New delhi: India’s automobile industry welcomed the government’s move to allow oil marketing companies (OMCs) to decide on changing diesel prices in increments to bring them closer to market rates.
The passenger vehicle industry has witnessed market dynamics changing after the decontrol of petrol in June 2010. The price differential between petrol and cheaper diesel has led to distortions, resulting in unnaturally high demand for diesel cars, according to the Society of Indian Automobile Manufacturers (SIAM) lobby group.
“This is a good move and may allow the OMCs to bring the price of diesel (closer) to market (rates). This will essentially remove the distortion between diesel and petrol,” said Sugato Sen, SIAM deputy director general. “All the talk of the rich getting benefited due to the subsidy on diesel will go away. Companies will not have to wait for policy (changes) to take decisions.”
The contribution of diesel cars to total car sales surged to 58% in 2012 from 28% in 2010, according to SIAM.
In the last two years, while, Maruti Suzuki India Ltd has announced plans to expand diesel engine facilities in India, Hyundai Motor India Ltd has proposed to build similar facilities in the country.
The combined investment by these two firms in diesel technology amounts to at least Rs4,000 crore.
After a meeting of the Cabinet committee on political affairs on Thursday, oil minister M. Veerappa Moily said OMCs have been permitted to raise diesel prices by a small quantum periodically till they are able to cover the loss they incur on the fuel, now Rs9.60 per litre.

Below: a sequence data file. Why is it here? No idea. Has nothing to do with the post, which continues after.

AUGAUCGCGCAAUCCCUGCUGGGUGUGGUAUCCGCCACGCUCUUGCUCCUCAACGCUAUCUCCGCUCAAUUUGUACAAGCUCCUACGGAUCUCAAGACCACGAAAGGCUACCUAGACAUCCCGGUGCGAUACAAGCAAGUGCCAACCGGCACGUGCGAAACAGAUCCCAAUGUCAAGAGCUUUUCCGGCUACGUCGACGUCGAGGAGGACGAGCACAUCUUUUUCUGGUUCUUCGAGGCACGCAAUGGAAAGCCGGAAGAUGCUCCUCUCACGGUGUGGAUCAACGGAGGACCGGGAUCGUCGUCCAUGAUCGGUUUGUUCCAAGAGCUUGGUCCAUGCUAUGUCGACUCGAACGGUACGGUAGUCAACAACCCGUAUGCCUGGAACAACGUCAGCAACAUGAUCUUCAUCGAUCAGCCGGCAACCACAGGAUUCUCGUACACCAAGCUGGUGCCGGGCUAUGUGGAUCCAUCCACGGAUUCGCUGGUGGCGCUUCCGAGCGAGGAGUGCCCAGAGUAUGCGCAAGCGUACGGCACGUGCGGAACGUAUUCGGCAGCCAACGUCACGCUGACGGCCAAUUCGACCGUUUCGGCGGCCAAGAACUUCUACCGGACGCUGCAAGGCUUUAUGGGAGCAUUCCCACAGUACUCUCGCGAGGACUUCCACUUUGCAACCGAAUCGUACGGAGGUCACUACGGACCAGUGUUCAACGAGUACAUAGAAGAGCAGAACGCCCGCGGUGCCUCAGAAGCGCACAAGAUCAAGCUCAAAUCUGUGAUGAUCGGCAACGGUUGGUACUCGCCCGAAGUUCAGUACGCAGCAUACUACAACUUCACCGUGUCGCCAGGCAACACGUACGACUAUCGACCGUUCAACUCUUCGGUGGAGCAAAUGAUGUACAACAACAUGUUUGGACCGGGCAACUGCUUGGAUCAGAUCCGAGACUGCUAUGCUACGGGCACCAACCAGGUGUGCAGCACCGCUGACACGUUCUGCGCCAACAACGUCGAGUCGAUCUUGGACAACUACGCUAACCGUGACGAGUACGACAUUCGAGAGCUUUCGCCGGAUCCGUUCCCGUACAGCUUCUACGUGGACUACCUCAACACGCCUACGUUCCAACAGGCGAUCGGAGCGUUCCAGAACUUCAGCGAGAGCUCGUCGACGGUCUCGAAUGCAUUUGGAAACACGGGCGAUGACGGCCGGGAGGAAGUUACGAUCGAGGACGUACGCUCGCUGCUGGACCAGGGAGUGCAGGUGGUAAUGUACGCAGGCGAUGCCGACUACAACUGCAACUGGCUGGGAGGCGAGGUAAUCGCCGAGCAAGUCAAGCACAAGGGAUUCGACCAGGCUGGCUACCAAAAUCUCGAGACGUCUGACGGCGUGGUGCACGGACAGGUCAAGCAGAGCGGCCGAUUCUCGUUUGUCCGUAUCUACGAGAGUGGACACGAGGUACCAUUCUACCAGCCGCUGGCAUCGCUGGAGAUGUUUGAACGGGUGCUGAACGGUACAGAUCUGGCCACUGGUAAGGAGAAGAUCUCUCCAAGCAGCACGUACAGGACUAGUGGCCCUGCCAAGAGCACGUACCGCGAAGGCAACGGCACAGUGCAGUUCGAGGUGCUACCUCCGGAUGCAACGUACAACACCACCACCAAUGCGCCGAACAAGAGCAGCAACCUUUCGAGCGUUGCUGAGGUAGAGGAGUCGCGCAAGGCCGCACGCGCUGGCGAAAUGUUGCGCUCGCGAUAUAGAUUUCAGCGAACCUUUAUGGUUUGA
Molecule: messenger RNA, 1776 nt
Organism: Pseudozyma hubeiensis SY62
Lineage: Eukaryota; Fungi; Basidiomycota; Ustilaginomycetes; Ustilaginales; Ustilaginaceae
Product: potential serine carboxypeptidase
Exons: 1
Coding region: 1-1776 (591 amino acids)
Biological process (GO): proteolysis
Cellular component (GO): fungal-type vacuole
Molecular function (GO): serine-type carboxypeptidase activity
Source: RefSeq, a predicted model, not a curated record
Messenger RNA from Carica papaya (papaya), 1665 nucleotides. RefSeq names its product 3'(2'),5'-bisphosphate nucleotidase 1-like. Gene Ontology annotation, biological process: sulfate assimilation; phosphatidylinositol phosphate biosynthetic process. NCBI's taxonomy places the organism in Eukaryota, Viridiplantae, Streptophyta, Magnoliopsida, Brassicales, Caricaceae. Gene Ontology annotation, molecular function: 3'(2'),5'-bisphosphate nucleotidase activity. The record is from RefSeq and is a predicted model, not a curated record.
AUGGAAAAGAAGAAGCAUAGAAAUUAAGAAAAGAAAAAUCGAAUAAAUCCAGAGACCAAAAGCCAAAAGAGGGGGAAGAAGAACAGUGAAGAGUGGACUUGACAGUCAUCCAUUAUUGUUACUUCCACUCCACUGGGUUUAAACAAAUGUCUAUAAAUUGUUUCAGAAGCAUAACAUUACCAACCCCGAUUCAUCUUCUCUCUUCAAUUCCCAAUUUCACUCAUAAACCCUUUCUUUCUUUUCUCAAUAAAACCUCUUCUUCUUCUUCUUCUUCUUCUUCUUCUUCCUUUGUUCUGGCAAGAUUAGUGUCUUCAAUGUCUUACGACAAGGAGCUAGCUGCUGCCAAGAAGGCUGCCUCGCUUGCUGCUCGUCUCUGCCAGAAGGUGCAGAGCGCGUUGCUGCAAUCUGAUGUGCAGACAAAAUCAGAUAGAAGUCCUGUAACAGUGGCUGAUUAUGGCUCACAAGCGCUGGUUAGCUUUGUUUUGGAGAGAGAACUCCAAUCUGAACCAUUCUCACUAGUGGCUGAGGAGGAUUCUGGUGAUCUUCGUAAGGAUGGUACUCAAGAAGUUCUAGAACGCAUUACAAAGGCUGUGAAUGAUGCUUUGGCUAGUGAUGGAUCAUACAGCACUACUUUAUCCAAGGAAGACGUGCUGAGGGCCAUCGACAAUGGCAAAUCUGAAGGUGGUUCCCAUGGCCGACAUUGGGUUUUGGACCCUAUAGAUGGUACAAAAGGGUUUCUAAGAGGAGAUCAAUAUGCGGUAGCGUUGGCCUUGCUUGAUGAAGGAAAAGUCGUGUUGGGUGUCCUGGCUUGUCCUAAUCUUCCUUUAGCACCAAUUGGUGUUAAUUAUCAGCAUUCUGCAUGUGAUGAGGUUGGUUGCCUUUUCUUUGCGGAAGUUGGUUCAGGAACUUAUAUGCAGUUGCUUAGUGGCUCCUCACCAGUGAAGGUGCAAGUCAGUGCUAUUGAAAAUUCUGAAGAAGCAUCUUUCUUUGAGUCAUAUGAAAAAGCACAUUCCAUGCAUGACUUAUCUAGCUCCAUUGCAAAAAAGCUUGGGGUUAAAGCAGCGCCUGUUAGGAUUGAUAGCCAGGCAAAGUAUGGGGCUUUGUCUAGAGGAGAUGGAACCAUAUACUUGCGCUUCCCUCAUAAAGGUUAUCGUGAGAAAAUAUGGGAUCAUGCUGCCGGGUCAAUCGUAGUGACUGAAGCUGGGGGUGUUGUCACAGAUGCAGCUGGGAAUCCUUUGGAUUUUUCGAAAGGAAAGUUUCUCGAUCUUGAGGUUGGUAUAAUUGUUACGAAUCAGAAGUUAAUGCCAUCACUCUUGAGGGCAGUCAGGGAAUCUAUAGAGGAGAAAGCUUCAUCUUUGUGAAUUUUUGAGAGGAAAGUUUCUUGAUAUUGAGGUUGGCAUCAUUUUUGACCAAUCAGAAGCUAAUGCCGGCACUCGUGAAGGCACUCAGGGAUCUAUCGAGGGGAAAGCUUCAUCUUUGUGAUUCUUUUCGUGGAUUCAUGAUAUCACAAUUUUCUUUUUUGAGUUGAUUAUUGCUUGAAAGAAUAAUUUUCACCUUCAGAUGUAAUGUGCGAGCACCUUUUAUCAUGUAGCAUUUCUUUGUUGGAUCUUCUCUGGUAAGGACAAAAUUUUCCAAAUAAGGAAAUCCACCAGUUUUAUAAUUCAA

Reacting to the news on Twitter, Mahindra and Mahindra Ltd chairman Anand Mahindra said: “If the minister’s statement re (regarding) oil cos flexibility to tweak diesel prices is the 1st step to price decontrol, then it’s a bold & overdue step.”
In fiscal 2011-12, state-run oil refiners lost Rs80,000 crore of revenue on account of selling diesel below cost price. In Delhi, petrol costs Rs67.56 a litre and diesel is priced at Rs47.15 a litre.
The price differential, which widened after the steep hike in petrol rates in May, has led to the proportion of diesel cars rising as the cheaper fuel offsets the higher cost of the cars. Owners of diesel-powered vehicles made by Mercedes-Benz India Pvt. Ltd, BMW India Pvt. Ltd, Audi India and Mahindra and Mahindra are beneficiaries of a subsidy aimed primarily at farmers to allow them to run irrigation pumps and tractors.
Sen of SIAM said that while there may be some impact on the sales of diesel cars in the near term, from a long-term perspective, the move augurs well for the industry.
“Diesel has its inherent advantages. Despite periodic increases, it will still be cheaper than petrol and diesel-run cars give higher mileage. These two factors will ensure that the demand for diesel cars will continue in future,” Sen said.
The government had refrained from imposing higher excise on diesel vehicles in the budget despite pressure to curb its rising subsidy bill.
The government loses potential tax on every new diesel car sold. It had toyed with the idea of differential pricing of diesel for passenger cars, commercial vehicles and other uses, but dropped that plan as it feared such a dispensation would be misused and lead to adulteration.